New research documents Rohingya on-the-move and exploitation

(BANGKOK October 24, 2018) – The Governments of Thailand, Malaysia, India, and Bangladesh should ensure protections for Rohingya refugees and survivors of human trafficking, Fortify Rights said today. New research authored by two Fortify Rights Human Rights Specialists and published today by Humanitarian Practice Network documents the human trafficking of Rohingya refugees from Myanmar through Bangladesh, India, Thailand, and Malaysia by criminal syndicates.

Rohingya are undertaking risky journeys in search of safety and security after facing persecution in Myanmar, and traffickers are easily preying on their desperation,” said Amy Smith, Executive Director of Fortify Rights. “Regional governments can prevent human trafficking by providing refugees with the protection they legally deserve.”

The new research is summarized in an article entitled “Mass Atrocities and Human Trafficking: Rohingya Muslims on the Move” by Fortify Rights Human Rights Specialists Puttanee Kangkun and John Quinley III and published by Humanitarian Practice Network in Humanitarian Exchange Magazine documents recent Rohingya refugee movements from Myanmar through Bangladesh to Thailand and Malaysia. 

The research documents exploitative conditions Rohingya face during their journeys, including extortion and deprivations of liberty, food, and water. Human traffickers caged and withheld food and water from Rohingya men, women, and children in Bangladesh, India, Myanmar, and Thailand while demanding payments for onward journeys. 
The new findings are based primarily on 16 interviews conducted in February and May 2018 with Rohingya refugees in Thailand and Malaysia who recently fled Myanmar, in addition to previous documentation by Fortify Rights in Thailand and Malaysia in 2016. 

A boat carrying 56 Rohingya-refugee men, women, and children off the coast of Thailand. ©Chutima Sidasathian, April 2018
A boat carrying 56 Rohingya-refugee men, women, and children off the coast of Thailand. ©Chutima Sidasathian, April 2018

“‘Ismail”, 17, witnessed Myanmar Army soldiers kill Rohingya civilians and dispose of bodies in a mass grave in northern Rakhine State in 2018. He was trafficked from Myanmar through Bangladesh, India and back to Myanmar and then to Thailand – a 53-day-long ordeal. In mid-December, Ismail paid a broker who offered to provide safe passage from Myanmar to Malaysia, but Ismail soon found himself detained, mistreated, and threatened by traffickers.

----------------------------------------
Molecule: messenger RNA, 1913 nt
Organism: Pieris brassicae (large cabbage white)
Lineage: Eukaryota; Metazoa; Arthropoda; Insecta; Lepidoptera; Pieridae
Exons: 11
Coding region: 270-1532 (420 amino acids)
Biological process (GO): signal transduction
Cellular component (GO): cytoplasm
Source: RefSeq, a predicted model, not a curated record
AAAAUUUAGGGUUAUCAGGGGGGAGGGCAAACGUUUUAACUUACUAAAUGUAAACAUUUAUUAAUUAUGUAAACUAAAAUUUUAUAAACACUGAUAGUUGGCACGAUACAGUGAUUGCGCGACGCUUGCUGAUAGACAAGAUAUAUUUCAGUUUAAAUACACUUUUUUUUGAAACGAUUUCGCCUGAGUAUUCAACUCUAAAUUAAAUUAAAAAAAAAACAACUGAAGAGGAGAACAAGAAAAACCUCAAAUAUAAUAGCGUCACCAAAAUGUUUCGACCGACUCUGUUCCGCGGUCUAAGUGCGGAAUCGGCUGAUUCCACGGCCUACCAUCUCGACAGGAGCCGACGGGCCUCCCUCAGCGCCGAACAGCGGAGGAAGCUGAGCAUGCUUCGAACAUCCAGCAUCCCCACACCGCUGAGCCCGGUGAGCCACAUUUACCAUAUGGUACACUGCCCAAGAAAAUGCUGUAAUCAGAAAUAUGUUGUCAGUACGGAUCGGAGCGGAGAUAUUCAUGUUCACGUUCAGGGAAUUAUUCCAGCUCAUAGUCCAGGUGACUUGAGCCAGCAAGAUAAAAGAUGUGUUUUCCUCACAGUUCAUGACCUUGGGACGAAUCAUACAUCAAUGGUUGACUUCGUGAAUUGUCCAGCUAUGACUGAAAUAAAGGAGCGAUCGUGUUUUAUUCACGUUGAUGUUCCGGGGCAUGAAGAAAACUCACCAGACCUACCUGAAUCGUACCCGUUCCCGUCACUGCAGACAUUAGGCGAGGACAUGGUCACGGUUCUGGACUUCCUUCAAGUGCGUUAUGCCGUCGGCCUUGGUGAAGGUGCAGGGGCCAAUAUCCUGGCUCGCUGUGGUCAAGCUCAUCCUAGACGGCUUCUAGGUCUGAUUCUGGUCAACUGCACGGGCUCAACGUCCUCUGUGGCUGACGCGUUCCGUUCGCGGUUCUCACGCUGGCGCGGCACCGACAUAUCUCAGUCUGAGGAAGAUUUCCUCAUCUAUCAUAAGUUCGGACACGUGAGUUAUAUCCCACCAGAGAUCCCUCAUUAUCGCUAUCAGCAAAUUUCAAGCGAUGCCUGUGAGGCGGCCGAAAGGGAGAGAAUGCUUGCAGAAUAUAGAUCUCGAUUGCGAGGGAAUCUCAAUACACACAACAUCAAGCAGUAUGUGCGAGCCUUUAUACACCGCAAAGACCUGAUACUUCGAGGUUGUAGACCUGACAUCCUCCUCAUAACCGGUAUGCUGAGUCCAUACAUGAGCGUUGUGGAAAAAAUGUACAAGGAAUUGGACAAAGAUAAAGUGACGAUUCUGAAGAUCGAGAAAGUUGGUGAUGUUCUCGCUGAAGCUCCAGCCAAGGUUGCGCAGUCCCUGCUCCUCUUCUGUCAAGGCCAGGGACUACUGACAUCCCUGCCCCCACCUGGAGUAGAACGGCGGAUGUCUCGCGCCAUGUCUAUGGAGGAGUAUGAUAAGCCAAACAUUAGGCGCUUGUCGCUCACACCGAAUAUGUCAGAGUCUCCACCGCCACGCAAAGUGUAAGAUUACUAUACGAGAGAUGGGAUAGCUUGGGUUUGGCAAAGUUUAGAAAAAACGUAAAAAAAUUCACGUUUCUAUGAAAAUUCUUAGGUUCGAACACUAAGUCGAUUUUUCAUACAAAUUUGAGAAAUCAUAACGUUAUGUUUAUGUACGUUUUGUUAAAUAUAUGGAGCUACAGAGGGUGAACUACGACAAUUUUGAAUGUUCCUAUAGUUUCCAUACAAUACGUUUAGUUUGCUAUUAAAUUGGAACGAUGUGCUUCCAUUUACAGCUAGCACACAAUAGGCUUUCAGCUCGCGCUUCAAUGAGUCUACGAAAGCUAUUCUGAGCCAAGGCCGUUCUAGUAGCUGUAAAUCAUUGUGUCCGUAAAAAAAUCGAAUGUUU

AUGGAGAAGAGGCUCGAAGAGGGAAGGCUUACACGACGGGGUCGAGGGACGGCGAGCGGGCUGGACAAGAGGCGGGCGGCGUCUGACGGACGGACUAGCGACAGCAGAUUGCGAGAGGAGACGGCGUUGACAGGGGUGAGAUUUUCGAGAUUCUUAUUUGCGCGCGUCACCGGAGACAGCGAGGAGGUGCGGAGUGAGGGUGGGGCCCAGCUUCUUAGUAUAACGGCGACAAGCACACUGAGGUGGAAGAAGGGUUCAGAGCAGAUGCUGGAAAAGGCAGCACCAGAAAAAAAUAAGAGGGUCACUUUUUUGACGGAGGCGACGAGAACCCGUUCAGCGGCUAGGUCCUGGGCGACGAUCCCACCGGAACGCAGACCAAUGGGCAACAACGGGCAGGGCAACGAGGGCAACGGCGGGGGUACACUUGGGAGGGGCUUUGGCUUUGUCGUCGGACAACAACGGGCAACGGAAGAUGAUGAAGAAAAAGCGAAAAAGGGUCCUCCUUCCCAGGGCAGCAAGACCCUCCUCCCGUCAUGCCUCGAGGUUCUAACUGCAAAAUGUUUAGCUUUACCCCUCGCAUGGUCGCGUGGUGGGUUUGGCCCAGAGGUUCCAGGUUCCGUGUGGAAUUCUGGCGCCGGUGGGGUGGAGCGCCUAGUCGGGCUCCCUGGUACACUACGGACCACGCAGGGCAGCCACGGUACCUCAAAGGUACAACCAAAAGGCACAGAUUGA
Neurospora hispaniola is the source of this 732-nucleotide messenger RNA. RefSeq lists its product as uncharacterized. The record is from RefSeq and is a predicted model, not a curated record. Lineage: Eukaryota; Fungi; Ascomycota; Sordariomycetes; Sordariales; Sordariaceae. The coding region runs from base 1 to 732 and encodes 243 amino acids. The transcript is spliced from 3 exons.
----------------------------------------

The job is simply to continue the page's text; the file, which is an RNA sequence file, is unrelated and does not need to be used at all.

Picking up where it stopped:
“We were put in a chicken cage when we arrived at Chittagong [in Bangladesh],” Ismail told Fortify Rights. “There were some chickens in the cage and they locked the cage from the outside. We did not receive food.”

Ismail and other survivors described to Fortify Rights how armed men locked them in cages in Bangladesh and India, confined them to apartments and houses in Myanmar and Thailand, beat them, and demanded a series of exorbitant payments to continue the journey to Malaysia. 

Ismail was trafficked along a complicated land route from Myanmar to Bangladesh, India, and then into Chin State in Myanmar and through the cities of Mandalay and Yangon, eventually crossing the Myanmar-Thailand border.

In Bangladesh, traffickers initially demanded that Ismail and others pay 2.2 million Myanmar Kyat (approximately US$1,500). Traffickers subsequently demanded further payment. Ismail recalled: “They put us in a pig cage for three days [in India]. Only men were in the pig cage. Women were in another place. While we were in the cage, [the trafficker] called for money again.” 

“Ali,” 18, was also trafficked from Myanmar to Thailand. Traffickers in Yangon demanded 1.4 million Myanmar Kyat (approximately $950) for his release.

“I was not able to go outside,” Ali told Fortify Rights. “I did not know which part of Yangon [I was in]. In the apartment, they locked me in from the outside. I was there for about three months.” 

Refugees who participated in the study are representative of a sizable body of Rohingya survivors of human trafficking in South and Southeast Asia who continue to face human rights violations, Fortify Rights said. 

Between September 2017 and September 2018, the International Organization for Migration identified 99 cases of human trafficking of Rohingya from refugee camps in Bangladesh, including labor and sexual exploitation of adults and children. 

Rohingya survivors wait for a bone test to identify their age at a hospital in Thailand. ©Fortify Rights, 2018
Rohingya survivors wait for a bone test to identify their age at a hospital in Thailand. ©Fortify Rights, 2018